The Holy See’s Permanent Observer at the United Nations, Archbishop Silvano Tomasi, said this week that countries must combat maternal deaths with policies that respect the lives of both the mother and the unborn child.
During his June 14 address at the U.N. Human Rights Council, Archbishop Tomasi said, “the policies for combating maternal mortality and infant mortality should strike a balance between the rights of the mother and those of the child, in that both have rights, the first of which is the right to life.”
“The maternity clinics and hospitals promoted by the Catholic Church do precisely this: they save the lives of both mothers and children, those born and those yet to be born,” he declared.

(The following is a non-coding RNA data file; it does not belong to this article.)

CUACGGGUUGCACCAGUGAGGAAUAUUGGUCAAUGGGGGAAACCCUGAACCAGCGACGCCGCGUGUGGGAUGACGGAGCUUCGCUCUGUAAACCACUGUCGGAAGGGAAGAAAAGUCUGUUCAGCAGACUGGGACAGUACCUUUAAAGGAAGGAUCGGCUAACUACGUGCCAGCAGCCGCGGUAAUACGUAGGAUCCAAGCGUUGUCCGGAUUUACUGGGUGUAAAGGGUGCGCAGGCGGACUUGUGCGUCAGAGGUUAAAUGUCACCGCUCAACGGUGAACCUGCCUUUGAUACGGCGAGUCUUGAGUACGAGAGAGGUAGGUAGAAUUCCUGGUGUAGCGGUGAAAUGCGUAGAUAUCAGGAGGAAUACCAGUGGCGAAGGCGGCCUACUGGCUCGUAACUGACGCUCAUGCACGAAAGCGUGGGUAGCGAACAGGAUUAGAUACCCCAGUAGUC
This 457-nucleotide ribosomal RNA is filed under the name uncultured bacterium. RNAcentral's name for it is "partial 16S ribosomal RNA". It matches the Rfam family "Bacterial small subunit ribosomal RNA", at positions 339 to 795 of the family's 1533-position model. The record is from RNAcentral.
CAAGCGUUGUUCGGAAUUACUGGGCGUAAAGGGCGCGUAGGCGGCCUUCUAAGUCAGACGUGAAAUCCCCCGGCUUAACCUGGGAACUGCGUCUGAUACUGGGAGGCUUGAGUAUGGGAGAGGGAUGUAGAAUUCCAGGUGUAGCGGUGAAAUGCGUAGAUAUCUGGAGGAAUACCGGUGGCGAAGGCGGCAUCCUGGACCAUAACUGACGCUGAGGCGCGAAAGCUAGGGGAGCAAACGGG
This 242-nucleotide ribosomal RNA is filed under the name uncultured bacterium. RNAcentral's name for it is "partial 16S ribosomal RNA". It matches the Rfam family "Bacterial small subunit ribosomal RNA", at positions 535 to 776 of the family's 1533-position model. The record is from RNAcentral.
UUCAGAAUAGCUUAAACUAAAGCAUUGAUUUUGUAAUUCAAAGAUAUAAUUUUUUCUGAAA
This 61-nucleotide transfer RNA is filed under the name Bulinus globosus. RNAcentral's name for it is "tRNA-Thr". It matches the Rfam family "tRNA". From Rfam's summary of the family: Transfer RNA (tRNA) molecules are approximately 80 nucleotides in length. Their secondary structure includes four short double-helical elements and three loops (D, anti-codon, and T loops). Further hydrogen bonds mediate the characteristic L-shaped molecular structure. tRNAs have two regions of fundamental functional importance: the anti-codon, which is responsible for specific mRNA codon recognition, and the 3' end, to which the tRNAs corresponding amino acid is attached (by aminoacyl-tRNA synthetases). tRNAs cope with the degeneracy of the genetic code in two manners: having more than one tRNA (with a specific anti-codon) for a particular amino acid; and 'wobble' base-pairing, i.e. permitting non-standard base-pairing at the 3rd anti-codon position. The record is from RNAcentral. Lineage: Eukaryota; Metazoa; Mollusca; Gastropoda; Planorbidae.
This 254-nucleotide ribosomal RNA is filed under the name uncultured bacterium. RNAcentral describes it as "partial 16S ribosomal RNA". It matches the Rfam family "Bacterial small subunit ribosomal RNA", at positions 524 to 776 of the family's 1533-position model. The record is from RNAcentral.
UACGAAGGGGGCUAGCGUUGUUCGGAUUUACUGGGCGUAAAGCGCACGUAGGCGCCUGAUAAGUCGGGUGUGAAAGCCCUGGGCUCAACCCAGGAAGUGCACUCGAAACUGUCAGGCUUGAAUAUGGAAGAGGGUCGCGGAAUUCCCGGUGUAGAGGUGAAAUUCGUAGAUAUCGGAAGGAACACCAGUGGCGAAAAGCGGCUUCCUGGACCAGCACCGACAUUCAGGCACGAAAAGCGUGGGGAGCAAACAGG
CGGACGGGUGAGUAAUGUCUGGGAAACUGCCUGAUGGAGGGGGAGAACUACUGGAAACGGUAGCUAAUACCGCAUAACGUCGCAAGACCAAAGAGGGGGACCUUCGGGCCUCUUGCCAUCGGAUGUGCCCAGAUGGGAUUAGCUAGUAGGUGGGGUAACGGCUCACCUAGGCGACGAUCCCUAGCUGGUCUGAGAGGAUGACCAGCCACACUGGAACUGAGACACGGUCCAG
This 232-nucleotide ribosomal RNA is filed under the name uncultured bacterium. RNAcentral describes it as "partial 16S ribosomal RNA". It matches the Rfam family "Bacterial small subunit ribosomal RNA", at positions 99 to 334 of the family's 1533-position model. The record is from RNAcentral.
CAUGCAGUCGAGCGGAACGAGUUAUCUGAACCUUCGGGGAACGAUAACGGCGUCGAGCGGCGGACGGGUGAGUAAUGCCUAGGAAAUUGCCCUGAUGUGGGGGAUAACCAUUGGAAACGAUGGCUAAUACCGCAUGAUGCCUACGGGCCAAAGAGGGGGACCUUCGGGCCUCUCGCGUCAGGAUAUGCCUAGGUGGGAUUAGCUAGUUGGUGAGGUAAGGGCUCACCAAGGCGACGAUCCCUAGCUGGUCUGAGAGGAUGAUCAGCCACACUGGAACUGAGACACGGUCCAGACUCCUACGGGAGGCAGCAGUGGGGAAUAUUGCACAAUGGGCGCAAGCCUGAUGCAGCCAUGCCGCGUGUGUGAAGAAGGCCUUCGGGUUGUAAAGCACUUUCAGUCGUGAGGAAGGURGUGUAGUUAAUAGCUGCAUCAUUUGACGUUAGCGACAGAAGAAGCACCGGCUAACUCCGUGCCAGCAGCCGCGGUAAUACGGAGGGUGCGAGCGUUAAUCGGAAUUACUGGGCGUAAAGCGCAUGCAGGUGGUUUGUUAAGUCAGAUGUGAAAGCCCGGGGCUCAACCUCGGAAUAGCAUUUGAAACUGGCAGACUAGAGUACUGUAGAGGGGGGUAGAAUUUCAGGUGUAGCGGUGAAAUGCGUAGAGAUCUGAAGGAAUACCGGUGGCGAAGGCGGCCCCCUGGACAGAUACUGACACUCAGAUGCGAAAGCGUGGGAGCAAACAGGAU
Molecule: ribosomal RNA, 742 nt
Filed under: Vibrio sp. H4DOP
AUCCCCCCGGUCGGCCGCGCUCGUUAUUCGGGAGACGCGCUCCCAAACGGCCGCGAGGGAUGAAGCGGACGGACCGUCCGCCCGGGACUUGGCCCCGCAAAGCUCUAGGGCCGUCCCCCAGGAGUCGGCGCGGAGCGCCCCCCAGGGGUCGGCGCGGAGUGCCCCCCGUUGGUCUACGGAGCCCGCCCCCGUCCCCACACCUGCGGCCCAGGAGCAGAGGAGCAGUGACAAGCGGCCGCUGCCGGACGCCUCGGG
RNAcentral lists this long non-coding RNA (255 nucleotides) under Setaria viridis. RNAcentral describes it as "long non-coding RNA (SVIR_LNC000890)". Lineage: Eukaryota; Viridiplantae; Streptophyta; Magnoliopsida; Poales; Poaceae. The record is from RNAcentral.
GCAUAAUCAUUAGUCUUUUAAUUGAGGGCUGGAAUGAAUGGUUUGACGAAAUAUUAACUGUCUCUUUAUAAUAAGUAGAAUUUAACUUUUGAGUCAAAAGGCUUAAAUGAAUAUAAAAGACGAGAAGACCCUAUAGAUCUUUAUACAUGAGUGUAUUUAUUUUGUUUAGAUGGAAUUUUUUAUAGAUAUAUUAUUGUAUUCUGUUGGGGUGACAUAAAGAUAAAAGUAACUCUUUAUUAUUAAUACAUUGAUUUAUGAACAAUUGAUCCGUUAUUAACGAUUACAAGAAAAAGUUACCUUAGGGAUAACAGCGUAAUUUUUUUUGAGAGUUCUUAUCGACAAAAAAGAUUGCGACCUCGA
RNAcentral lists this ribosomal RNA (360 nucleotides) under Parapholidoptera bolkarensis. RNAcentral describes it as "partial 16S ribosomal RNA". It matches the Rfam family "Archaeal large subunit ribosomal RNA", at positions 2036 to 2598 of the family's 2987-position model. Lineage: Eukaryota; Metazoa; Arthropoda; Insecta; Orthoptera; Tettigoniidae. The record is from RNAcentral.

According to Fides news agency, the archbishop said reducing maternal mortality is possible with higher per capita income, greater education for women and improvements in health care systems.
Archbishop Tomasi also declared that “the availability of emergency obstetric care, including the provision of universal pre and post-natal care, and adequate transport to medical facilities (when necessary), skilled birth attendants, a clean blood supply and a clean water supply, appropriate antibiotics, and the introduction of a minimum age of 18 years for marriage, are all measures that could benefit both mothers and their children.”
“If the international community wishes to effectively reduce the tragic rates of maternal mortality, respect for and promotion of the right to health and of access to medications must not only be spoken about, but also be put into action by States as well as by non-governmental organizations and by civil society,” Archbishop Tomasi concluded.